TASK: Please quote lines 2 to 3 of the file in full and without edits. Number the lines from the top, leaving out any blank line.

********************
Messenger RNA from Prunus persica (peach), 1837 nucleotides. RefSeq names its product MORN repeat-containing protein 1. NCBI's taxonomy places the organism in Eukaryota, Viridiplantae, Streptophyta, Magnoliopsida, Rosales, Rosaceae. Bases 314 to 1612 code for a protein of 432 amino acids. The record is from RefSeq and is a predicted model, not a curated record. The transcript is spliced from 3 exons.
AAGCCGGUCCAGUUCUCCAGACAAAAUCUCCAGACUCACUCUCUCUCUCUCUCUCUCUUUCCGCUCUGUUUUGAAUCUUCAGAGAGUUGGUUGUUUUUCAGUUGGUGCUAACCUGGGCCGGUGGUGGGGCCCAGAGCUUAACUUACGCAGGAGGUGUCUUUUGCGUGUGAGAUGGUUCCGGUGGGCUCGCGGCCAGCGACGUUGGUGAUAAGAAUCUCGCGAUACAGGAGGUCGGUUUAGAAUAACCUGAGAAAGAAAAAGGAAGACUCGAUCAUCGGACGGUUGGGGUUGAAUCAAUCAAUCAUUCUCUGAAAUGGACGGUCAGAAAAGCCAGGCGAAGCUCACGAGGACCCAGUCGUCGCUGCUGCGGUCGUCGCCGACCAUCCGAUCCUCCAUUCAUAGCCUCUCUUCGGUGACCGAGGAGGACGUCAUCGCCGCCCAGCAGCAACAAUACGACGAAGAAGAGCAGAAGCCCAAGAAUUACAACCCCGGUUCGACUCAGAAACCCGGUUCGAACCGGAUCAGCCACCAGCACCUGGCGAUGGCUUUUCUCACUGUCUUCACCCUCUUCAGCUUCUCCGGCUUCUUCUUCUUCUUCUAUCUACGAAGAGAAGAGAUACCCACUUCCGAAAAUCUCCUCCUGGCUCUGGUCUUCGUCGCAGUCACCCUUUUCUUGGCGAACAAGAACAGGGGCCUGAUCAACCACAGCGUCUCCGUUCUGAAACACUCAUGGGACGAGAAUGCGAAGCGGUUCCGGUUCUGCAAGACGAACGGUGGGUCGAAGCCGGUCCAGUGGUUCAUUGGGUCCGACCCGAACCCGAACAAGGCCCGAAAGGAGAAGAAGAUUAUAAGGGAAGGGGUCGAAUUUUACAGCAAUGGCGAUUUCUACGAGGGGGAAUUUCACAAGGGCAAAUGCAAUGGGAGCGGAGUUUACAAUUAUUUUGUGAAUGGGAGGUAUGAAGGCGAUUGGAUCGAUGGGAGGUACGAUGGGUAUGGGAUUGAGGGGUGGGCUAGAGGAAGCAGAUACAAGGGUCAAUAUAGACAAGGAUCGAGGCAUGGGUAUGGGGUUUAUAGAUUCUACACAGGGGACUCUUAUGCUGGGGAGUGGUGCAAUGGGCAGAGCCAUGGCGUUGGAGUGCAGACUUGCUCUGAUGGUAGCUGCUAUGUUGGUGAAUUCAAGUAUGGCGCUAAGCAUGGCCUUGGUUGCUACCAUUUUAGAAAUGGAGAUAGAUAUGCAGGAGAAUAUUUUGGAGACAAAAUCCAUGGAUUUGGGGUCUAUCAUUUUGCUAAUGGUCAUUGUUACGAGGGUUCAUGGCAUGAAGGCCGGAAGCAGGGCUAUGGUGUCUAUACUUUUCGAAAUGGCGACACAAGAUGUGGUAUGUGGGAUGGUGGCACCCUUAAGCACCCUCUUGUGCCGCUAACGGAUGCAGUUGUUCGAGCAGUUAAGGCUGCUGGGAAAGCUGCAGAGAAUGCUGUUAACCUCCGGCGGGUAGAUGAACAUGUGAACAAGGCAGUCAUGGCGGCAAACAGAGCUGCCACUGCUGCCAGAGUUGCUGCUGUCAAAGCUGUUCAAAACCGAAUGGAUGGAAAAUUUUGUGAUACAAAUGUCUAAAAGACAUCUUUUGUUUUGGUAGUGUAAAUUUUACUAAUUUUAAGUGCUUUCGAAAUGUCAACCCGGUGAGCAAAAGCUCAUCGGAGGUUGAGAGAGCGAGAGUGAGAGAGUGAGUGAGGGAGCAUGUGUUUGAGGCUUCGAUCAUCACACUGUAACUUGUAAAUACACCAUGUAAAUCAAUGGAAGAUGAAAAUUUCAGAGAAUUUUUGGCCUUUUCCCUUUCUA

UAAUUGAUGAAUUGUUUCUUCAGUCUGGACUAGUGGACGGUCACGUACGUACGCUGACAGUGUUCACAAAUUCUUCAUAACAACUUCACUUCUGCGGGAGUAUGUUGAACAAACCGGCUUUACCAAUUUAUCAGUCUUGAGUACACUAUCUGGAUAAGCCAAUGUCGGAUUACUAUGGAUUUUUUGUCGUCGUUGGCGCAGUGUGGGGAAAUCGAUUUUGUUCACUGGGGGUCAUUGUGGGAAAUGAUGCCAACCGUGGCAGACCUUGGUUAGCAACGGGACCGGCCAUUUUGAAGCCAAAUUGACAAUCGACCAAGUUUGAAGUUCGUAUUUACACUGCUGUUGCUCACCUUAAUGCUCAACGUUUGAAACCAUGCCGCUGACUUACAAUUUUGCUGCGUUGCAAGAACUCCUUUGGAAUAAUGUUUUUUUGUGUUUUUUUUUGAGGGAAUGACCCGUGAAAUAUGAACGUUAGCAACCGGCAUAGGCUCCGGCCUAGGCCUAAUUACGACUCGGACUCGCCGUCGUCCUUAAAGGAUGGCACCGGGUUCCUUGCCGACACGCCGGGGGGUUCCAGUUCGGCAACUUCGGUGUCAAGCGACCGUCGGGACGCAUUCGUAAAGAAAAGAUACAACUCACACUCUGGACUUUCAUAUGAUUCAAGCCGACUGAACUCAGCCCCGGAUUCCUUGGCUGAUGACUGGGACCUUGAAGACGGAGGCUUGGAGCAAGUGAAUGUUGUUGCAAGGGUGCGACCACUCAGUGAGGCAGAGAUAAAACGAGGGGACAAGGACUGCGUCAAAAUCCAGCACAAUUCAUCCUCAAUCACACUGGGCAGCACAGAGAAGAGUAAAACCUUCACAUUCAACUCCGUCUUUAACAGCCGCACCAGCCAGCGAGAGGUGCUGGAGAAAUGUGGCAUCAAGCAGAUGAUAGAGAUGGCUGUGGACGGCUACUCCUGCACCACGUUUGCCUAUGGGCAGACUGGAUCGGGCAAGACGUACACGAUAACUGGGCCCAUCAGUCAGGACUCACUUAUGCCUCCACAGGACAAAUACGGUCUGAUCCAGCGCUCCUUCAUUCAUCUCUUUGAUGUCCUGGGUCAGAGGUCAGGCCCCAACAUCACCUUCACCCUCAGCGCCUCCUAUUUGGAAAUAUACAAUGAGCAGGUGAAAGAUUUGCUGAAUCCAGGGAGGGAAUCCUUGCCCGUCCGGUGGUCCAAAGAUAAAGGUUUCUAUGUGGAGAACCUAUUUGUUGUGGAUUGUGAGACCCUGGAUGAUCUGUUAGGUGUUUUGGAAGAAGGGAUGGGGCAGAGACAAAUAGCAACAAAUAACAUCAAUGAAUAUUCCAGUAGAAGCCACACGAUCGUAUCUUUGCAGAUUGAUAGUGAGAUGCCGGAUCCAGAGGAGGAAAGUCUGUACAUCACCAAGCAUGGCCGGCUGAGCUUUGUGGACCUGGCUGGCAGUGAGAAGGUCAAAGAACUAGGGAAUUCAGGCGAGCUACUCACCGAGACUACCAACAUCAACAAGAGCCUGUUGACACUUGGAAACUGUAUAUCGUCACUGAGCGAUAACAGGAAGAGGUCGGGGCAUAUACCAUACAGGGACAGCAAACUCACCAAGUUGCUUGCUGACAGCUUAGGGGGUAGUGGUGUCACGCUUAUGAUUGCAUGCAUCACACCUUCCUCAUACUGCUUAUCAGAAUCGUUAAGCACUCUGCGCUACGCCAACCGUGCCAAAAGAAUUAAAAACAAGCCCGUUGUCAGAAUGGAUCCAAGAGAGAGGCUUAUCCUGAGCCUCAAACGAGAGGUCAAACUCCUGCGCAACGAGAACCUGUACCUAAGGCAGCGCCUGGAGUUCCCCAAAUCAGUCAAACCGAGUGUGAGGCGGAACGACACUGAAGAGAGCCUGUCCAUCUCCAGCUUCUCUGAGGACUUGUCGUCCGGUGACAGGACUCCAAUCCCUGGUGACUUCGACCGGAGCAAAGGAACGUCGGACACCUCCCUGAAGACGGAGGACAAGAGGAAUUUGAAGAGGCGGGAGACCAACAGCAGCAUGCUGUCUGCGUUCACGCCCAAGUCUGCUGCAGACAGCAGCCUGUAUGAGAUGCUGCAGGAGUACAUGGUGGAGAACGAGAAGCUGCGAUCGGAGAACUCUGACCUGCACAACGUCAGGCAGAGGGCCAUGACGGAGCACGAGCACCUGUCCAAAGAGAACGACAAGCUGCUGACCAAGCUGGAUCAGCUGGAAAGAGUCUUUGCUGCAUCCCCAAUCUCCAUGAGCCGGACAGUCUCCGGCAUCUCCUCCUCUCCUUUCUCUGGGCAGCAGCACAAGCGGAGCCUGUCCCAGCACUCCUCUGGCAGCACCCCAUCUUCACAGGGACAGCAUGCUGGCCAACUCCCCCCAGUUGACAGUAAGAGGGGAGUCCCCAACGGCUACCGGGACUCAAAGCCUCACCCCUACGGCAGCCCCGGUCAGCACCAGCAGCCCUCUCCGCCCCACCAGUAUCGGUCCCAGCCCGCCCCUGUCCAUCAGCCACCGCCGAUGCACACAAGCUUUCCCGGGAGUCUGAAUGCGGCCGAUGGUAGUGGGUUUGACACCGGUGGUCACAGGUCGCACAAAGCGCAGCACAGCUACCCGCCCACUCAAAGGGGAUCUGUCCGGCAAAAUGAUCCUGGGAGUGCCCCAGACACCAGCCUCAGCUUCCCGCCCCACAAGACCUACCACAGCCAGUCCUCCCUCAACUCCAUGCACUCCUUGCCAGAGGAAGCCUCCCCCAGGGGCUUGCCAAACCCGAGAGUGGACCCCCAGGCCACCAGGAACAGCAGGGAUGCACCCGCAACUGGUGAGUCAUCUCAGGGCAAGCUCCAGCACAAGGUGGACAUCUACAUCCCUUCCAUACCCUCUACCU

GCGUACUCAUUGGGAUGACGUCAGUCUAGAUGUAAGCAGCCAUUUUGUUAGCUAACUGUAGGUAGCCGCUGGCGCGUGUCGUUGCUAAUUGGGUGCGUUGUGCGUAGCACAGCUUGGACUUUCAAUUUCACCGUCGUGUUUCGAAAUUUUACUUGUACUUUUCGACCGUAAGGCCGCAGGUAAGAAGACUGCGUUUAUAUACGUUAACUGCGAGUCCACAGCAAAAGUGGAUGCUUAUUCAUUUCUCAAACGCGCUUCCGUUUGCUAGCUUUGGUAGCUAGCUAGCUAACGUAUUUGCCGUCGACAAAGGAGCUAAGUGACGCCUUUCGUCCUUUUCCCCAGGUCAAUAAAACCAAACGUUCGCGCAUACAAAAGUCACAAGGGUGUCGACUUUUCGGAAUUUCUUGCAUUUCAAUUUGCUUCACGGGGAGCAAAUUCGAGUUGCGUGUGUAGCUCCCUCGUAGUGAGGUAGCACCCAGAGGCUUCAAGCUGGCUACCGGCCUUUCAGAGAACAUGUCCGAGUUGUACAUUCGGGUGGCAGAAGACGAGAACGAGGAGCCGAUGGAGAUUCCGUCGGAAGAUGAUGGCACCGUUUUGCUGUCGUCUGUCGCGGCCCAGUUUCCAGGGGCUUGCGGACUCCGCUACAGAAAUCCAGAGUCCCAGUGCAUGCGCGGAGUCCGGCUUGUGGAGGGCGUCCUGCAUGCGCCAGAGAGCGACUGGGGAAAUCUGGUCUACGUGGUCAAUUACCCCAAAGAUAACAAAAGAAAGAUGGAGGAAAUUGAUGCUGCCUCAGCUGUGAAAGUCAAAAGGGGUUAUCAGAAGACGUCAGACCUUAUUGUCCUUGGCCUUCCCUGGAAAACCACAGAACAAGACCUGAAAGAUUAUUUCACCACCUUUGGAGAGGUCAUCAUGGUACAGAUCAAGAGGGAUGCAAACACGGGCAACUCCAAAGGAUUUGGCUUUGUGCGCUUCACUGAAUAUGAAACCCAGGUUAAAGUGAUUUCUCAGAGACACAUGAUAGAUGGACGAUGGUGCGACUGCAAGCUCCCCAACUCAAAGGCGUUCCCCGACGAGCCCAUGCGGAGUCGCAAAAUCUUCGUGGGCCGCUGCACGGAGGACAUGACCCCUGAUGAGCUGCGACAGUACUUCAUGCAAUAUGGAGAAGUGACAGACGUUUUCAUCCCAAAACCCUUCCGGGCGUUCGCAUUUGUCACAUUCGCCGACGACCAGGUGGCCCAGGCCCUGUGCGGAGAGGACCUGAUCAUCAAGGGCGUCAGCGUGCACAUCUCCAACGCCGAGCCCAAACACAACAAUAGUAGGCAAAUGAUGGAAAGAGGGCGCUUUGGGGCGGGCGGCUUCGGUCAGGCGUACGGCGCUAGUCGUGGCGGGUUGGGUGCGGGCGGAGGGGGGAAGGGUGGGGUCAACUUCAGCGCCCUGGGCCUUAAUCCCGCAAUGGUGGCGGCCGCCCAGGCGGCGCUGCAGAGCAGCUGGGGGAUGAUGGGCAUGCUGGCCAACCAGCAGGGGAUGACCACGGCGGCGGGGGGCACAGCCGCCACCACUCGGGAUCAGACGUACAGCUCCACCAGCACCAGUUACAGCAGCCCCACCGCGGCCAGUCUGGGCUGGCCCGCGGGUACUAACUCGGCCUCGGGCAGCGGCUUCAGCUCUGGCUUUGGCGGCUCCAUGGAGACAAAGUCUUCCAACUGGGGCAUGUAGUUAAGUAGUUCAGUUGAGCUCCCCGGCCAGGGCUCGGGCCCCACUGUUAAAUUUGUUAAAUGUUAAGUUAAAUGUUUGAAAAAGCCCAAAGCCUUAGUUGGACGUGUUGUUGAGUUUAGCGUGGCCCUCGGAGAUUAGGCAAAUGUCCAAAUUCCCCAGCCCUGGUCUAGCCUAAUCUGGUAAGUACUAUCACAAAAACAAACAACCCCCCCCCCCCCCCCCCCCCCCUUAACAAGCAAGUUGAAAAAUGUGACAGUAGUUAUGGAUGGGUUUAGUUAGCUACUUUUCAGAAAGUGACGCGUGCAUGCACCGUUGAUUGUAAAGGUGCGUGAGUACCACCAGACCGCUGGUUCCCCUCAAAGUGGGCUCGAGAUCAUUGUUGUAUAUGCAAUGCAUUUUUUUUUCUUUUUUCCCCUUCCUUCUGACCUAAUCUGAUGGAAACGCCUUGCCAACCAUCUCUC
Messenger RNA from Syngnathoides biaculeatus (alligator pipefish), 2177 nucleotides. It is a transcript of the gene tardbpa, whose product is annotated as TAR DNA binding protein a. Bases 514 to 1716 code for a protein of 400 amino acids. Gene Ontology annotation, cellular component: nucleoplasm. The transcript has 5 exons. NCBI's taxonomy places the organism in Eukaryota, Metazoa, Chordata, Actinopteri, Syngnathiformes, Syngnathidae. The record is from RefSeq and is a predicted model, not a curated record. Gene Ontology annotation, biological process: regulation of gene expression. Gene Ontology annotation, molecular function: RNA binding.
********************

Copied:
AAGCCGGUCCAGUUCUCCAGACAAAAUCUCCAGACUCACUCUCUCUCUCUCUCUCUCUUUCCGCUCUGUUUUGAAUCUUCAGAGAGUUGGUUGUUUUUCAGUUGGUGCUAACCUGGGCCGGUGGUGGGGCCCAGAGCUUAACUUACGCAGGAGGUGUCUUUUGCGUGUGAGAUGGUUCCGGUGGGCUCGCGGCCAGCGACGUUGGUGAUAAGAAUCUCGCGAUACAGGAGGUCGGUUUAGAAUAACCUGAGAAAGAAAAAGGAAGACUCGAUCAUCGGACGGUUGGGGUUGAAUCAAUCAAUCAUUCUCUGAAAUGGACGGUCAGAAAAGCCAGGCGAAGCUCACGAGGACCCAGUCGUCGCUGCUGCGGUCGUCGCCGACCAUCCGAUCCUCCAUUCAUAGCCUCUCUUCGGUGACCGAGGAGGACGUCAUCGCCGCCCAGCAGCAACAAUACGACGAAGAAGAGCAGAAGCCCAAGAAUUACAACCCCGGUUCGACUCAGAAACCCGGUUCGAACCGGAUCAGCCACCAGCACCUGGCGAUGGCUUUUCUCACUGUCUUCACCCUCUUCAGCUUCUCCGGCUUCUUCUUCUUCUUCUAUCUACGAAGAGAAGAGAUACCCACUUCCGAAAAUCUCCUCCUGGCUCUGGUCUUCGUCGCAGUCACCCUUUUCUUGGCGAACAAGAACAGGGGCCUGAUCAACCACAGCGUCUCCGUUCUGAAACACUCAUGGGACGAGAAUGCGAAGCGGUUCCGGUUCUGCAAGACGAACGGUGGGUCGAAGCCGGUCCAGUGGUUCAUUGGGUCCGACCCGAACCCGAACAAGGCCCGAAAGGAGAAGAAGAUUAUAAGGGAAGGGGUCGAAUUUUACAGCAAUGGCGAUUUCUACGAGGGGGAAUUUCACAAGGGCAAAUGCAAUGGGAGCGGAGUUUACAAUUAUUUUGUGAAUGGGAGGUAUGAAGGCGAUUGGAUCGAUGGGAGGUACGAUGGGUAUGGGAUUGAGGGGUGGGCUAGAGGAAGCAGAUACAAGGGUCAAUAUAGACAAGGAUCGAGGCAUGGGUAUGGGGUUUAUAGAUUCUACACAGGGGACUCUUAUGCUGGGGAGUGGUGCAAUGGGCAGAGCCAUGGCGUUGGAGUGCAGACUUGCUCUGAUGGUAGCUGCUAUGUUGGUGAAUUCAAGUAUGGCGCUAAGCAUGGCCUUGGUUGCUACCAUUUUAGAAAUGGAGAUAGAUAUGCAGGAGAAUAUUUUGGAGACAAAAUCCAUGGAUUUGGGGUCUAUCAUUUUGCUAAUGGUCAUUGUUACGAGGGUUCAUGGCAUGAAGGCCGGAAGCAGGGCUAUGGUGUCUAUACUUUUCGAAAUGGCGACACAAGAUGUGGUAUGUGGGAUGGUGGCACCCUUAAGCACCCUCUUGUGCCGCUAACGGAUGCAGUUGUUCGAGCAGUUAAGGCUGCUGGGAAAGCUGCAGAGAAUGCUGUUAACCUCCGGCGGGUAGAUGAACAUGUGAACAAGGCAGUCAUGGCGGCAAACAGAGCUGCCACUGCUGCCAGAGUUGCUGCUGUCAAAGCUGUUCAAAACCGAAUGGAUGGAAAAUUUUGUGAUACAAAUGUCUAAAAGACAUCUUUUGUUUUGGUAGUGUAAAUUUUACUAAUUUUAAGUGCUUUCGAAAUGUCAACCCGGUGAGCAAAAGCUCAUCGGAGGUUGAGAGAGCGAGAGUGAGAGAGUGAGUGAGGGAGCAUGUGUUUGAGGCUUCGAUCAUCACACUGUAACUUGUAAAUACACCAUGUAAAUCAAUGGAAGAUGAAAAUUUCAGAGAAUUUUUGGCCUUUUCCCUUUCUA

UAAUUGAUGAAUUGUUUCUUCAGUCUGGACUAGUGGACGGUCACGUACGUACGCUGACAGUGUUCACAAAUUCUUCAUAACAACUUCACUUCUGCGGGAGUAUGUUGAACAAACCGGCUUUACCAAUUUAUCAGUCUUGAGUACACUAUCUGGAUAAGCCAAUGUCGGAUUACUAUGGAUUUUUUGUCGUCGUUGGCGCAGUGUGGGGAAAUCGAUUUUGUUCACUGGGGGUCAUUGUGGGAAAUGAUGCCAACCGUGGCAGACCUUGGUUAGCAACGGGACCGGCCAUUUUGAAGCCAAAUUGACAAUCGACCAAGUUUGAAGUUCGUAUUUACACUGCUGUUGCUCACCUUAAUGCUCAACGUUUGAAACCAUGCCGCUGACUUACAAUUUUGCUGCGUUGCAAGAACUCCUUUGGAAUAAUGUUUUUUUGUGUUUUUUUUUGAGGGAAUGACCCGUGAAAUAUGAACGUUAGCAACCGGCAUAGGCUCCGGCCUAGGCCUAAUUACGACUCGGACUCGCCGUCGUCCUUAAAGGAUGGCACCGGGUUCCUUGCCGACACGCCGGGGGGUUCCAGUUCGGCAACUUCGGUGUCAAGCGACCGUCGGGACGCAUUCGUAAAGAAAAGAUACAACUCACACUCUGGACUUUCAUAUGAUUCAAGCCGACUGAACUCAGCCCCGGAUUCCUUGGCUGAUGACUGGGACCUUGAAGACGGAGGCUUGGAGCAAGUGAAUGUUGUUGCAAGGGUGCGACCACUCAGUGAGGCAGAGAUAAAACGAGGGGACAAGGACUGCGUCAAAAUCCAGCACAAUUCAUCCUCAAUCACACUGGGCAGCACAGAGAAGAGUAAAACCUUCACAUUCAACUCCGUCUUUAACAGCCGCACCAGCCAGCGAGAGGUGCUGGAGAAAUGUGGCAUCAAGCAGAUGAUAGAGAUGGCUGUGGACGGCUACUCCUGCACCACGUUUGCCUAUGGGCAGACUGGAUCGGGCAAGACGUACACGAUAACUGGGCCCAUCAGUCAGGACUCACUUAUGCCUCCACAGGACAAAUACGGUCUGAUCCAGCGCUCCUUCAUUCAUCUCUUUGAUGUCCUGGGUCAGAGGUCAGGCCCCAACAUCACCUUCACCCUCAGCGCCUCCUAUUUGGAAAUAUACAAUGAGCAGGUGAAAGAUUUGCUGAAUCCAGGGAGGGAAUCCUUGCCCGUCCGGUGGUCCAAAGAUAAAGGUUUCUAUGUGGAGAACCUAUUUGUUGUGGAUUGUGAGACCCUGGAUGAUCUGUUAGGUGUUUUGGAAGAAGGGAUGGGGCAGAGACAAAUAGCAACAAAUAACAUCAAUGAAUAUUCCAGUAGAAGCCACACGAUCGUAUCUUUGCAGAUUGAUAGUGAGAUGCCGGAUCCAGAGGAGGAAAGUCUGUACAUCACCAAGCAUGGCCGGCUGAGCUUUGUGGACCUGGCUGGCAGUGAGAAGGUCAAAGAACUAGGGAAUUCAGGCGAGCUACUCACCGAGACUACCAACAUCAACAAGAGCCUGUUGACACUUGGAAACUGUAUAUCGUCACUGAGCGAUAACAGGAAGAGGUCGGGGCAUAUACCAUACAGGGACAGCAAACUCACCAAGUUGCUUGCUGACAGCUUAGGGGGUAGUGGUGUCACGCUUAUGAUUGCAUGCAUCACACCUUCCUCAUACUGCUUAUCAGAAUCGUUAAGCACUCUGCGCUACGCCAACCGUGCCAAAAGAAUUAAAAACAAGCCCGUUGUCAGAAUGGAUCCAAGAGAGAGGCUUAUCCUGAGCCUCAAACGAGAGGUCAAACUCCUGCGCAACGAGAACCUGUACCUAAGGCAGCGCCUGGAGUUCCCCAAAUCAGUCAAACCGAGUGUGAGGCGGAACGACACUGAAGAGAGCCUGUCCAUCUCCAGCUUCUCUGAGGACUUGUCGUCCGGUGACAGGACUCCAAUCCCUGGUGACUUCGACCGGAGCAAAGGAACGUCGGACACCUCCCUGAAGACGGAGGACAAGAGGAAUUUGAAGAGGCGGGAGACCAACAGCAGCAUGCUGUCUGCGUUCACGCCCAAGUCUGCUGCAGACAGCAGCCUGUAUGAGAUGCUGCAGGAGUACAUGGUGGAGAACGAGAAGCUGCGAUCGGAGAACUCUGACCUGCACAACGUCAGGCAGAGGGCCAUGACGGAGCACGAGCACCUGUCCAAAGAGAACGACAAGCUGCUGACCAAGCUGGAUCAGCUGGAAAGAGUCUUUGCUGCAUCCCCAAUCUCCAUGAGCCGGACAGUCUCCGGCAUCUCCUCCUCUCCUUUCUCUGGGCAGCAGCACAAGCGGAGCCUGUCCCAGCACUCCUCUGGCAGCACCCCAUCUUCACAGGGACAGCAUGCUGGCCAACUCCCCCCAGUUGACAGUAAGAGGGGAGUCCCCAACGGCUACCGGGACUCAAAGCCUCACCCCUACGGCAGCCCCGGUCAGCACCAGCAGCCCUCUCCGCCCCACCAGUAUCGGUCCCAGCCCGCCCCUGUCCAUCAGCCACCGCCGAUGCACACAAGCUUUCCCGGGAGUCUGAAUGCGGCCGAUGGUAGUGGGUUUGACACCGGUGGUCACAGGUCGCACAAAGCGCAGCACAGCUACCCGCCCACUCAAAGGGGAUCUGUCCGGCAAAAUGAUCCUGGGAGUGCCCCAGACACCAGCCUCAGCUUCCCGCCCCACAAGACCUACCACAGCCAGUCCUCCCUCAACUCCAUGCACUCCUUGCCAGAGGAAGCCUCCCCCAGGGGCUUGCCAAACCCGAGAGUGGACCCCCAGGCCACCAGGAACAGCAGGGAUGCACCCGCAACUGGUGAGUCAUCUCAGGGCAAGCUCCAGCACAAGGUGGACAUCUACAUCCCUUCCAUACCCUCUACCU